See how good things are starting to look in this picture... if you squint really hard you can almost see what its going to look like.


Inside the cabinet, I secured the cable conduit to the side with a u shaped clamp to keep it out of the way, then I slid the conduit in to the junction box and tightened the fitting.


Once the conduit was in place it was time to wire the outlet using the wires inside the box. There are three wires in there, white (neutral) black (hot) and green (ground). Ryan stripped some of the plastic coating off each wire to reveal the copper, then used needle nosed pliers to create little u shaped hooks on each of them. The outlet makes it pretty easy with a silver screw (for the white wire) a black screw (black wire) and a green screw (ground) - all he did was loosen the screws, hook the copper hooks in to the space between the outlets and the screws, and tighten.

We screwed the outlet in to the junction box, took deep breaths and turned the power back on (good point to note, NEVER work with electrical wiring when the power is on at the breaker box). We plugged a tool in and breathed unanimous sighs of relief as it whirred to life!


So, here we were at the end of day two of the project, feeling like real carpenters with a nearly completed window bench and cabinets.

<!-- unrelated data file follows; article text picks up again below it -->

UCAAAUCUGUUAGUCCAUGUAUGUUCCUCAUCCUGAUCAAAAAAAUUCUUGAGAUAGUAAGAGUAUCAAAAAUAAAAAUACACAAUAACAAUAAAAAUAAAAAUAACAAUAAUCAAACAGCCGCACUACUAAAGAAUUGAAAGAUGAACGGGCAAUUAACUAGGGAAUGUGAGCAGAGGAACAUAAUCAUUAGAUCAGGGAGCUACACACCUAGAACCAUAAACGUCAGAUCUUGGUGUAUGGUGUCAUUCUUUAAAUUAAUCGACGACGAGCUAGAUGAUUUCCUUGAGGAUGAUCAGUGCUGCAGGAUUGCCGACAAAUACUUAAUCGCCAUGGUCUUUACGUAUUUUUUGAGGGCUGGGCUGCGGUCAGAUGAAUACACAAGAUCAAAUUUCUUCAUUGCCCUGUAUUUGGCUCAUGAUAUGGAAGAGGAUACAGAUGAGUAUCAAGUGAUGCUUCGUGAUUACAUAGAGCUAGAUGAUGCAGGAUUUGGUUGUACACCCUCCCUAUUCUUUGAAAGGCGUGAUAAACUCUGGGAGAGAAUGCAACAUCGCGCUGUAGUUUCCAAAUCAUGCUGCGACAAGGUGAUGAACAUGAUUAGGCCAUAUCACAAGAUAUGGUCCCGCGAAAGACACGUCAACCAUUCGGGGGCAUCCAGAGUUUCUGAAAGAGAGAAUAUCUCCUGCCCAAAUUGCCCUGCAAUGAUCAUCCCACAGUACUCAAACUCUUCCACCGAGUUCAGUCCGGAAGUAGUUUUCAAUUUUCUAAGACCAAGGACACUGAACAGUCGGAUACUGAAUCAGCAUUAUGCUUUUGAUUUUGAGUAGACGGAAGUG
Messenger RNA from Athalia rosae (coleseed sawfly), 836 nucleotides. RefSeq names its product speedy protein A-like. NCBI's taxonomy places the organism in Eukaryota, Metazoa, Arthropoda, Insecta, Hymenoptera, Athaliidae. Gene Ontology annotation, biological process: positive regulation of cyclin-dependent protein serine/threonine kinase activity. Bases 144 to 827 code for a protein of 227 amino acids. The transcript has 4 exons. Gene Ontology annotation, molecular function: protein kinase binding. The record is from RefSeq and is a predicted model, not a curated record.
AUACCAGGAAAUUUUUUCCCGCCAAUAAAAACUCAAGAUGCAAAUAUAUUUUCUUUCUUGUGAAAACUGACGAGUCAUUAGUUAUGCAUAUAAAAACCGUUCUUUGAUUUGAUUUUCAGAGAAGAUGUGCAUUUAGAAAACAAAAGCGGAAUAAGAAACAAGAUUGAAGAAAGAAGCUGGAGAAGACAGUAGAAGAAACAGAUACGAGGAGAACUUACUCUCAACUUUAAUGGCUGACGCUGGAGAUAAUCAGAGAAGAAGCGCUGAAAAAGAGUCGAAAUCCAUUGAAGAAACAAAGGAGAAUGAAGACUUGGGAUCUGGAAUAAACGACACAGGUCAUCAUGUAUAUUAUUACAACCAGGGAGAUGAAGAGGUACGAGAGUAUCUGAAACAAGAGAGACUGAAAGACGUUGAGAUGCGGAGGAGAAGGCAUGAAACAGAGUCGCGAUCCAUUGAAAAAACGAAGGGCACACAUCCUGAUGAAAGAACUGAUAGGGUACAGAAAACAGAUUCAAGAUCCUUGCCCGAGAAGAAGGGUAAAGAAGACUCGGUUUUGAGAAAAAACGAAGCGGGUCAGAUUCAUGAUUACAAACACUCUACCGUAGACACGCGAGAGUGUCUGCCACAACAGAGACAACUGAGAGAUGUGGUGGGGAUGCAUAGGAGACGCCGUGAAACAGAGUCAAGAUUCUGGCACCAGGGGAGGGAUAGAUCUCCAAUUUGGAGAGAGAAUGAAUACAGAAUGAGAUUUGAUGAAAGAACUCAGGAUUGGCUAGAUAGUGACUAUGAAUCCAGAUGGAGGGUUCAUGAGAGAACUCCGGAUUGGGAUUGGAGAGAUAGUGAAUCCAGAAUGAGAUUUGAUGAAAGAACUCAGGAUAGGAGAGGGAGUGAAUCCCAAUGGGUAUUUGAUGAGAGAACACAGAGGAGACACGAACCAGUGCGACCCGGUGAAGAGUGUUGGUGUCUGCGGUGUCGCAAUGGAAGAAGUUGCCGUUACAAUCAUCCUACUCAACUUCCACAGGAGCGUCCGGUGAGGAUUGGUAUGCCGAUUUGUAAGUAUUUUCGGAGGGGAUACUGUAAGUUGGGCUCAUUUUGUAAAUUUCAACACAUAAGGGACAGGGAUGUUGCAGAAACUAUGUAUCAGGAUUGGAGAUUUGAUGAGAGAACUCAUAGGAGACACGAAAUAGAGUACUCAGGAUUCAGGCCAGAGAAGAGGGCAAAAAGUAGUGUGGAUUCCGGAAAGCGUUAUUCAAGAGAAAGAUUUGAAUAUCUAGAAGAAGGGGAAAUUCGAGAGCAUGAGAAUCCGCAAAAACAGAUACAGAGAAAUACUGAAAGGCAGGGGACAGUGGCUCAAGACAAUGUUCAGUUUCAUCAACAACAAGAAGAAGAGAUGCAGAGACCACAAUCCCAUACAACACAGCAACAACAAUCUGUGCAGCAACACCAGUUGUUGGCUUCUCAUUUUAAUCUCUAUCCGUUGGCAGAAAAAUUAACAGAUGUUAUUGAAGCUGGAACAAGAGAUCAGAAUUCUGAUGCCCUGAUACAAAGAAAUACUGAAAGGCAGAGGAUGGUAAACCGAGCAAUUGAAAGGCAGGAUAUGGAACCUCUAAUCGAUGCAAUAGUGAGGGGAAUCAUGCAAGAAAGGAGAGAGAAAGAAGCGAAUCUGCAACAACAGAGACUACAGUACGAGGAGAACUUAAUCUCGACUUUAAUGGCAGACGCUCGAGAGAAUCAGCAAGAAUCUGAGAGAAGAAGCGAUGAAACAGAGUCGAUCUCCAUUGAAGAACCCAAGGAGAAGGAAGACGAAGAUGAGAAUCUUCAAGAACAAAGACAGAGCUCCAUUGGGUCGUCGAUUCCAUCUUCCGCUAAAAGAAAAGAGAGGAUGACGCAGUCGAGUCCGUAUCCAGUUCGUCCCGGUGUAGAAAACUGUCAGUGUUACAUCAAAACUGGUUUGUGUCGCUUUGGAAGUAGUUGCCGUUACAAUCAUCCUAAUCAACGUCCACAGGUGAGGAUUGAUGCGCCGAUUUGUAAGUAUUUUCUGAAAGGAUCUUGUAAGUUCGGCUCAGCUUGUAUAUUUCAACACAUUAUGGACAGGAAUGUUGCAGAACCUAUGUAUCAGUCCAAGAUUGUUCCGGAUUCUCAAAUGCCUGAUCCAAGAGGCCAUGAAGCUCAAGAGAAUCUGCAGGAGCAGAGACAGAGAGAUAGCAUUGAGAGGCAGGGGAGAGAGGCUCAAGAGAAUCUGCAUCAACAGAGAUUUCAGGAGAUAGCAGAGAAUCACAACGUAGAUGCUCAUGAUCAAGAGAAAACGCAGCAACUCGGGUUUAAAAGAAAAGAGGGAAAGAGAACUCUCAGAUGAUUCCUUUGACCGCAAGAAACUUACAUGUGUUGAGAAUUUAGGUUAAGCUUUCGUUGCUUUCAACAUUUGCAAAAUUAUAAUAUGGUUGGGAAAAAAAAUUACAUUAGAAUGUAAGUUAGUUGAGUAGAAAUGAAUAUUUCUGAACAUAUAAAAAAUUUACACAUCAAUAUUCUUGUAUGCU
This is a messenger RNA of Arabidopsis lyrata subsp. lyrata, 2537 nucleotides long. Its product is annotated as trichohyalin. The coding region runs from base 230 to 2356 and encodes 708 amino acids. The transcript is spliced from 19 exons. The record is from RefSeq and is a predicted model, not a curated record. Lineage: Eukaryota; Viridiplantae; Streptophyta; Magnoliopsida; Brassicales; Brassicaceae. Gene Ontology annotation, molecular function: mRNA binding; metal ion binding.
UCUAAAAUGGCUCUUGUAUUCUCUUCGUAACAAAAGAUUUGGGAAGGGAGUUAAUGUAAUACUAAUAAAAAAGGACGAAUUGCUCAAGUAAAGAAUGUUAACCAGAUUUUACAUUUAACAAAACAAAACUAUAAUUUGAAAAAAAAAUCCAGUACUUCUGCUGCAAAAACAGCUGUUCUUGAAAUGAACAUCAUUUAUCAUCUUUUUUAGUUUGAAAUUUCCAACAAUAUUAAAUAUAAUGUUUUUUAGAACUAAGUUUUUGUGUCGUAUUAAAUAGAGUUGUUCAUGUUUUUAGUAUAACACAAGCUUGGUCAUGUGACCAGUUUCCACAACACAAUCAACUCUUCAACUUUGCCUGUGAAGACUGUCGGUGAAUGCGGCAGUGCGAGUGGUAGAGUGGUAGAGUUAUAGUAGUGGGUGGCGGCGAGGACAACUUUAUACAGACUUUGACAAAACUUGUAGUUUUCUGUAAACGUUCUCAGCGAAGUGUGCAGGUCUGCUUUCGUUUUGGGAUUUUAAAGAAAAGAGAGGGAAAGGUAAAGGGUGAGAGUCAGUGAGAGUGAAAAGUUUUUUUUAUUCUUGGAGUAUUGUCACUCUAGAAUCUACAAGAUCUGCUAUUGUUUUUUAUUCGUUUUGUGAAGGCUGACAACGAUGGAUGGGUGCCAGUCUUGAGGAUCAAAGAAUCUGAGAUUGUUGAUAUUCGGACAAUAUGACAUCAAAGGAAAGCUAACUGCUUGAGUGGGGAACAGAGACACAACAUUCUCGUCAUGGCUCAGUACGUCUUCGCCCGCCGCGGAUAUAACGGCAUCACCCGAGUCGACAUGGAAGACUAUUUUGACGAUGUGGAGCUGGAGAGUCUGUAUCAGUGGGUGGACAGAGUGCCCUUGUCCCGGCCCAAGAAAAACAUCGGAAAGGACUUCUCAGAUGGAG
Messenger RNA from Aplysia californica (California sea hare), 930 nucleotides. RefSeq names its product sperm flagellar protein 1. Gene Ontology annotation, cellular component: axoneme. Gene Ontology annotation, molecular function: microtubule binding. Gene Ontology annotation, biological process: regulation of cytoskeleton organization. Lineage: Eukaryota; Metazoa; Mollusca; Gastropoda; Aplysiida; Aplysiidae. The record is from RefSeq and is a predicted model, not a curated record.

Here's a shot of the window bench open. I was already calculating just how many vases and figurines I could fit in the storage space when Ryan loudly proclaimed it looked like a perfect spot to store his extra tools. The jury is still out.


Next up, I finally get my bookshelves!

5 comments:

  1. Hi, I'm visiting from the Link It Or Lump It Party. Your window bench caught my eye because we have one on our To Do List and I found your tutorial very helpful. Definitely pinning this!
    Marie@The Interior Frugalista

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    1. Thanks Marie! I've got two more posts lined up detailing the rest of the process... stop by tomorrow for the next one. It's really less daunting than it looks.

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  2. I'm quite traumatized that the rest of the process is not on here yet! I really wanted to see it finished!!

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  3. Oak benches are a fantastic addition to a home because they look great and can be used inside or out. It is an inexpensive type of wood providing fancy designs and giving you more options. It is a durable wood that is hardy and made to last a long time. v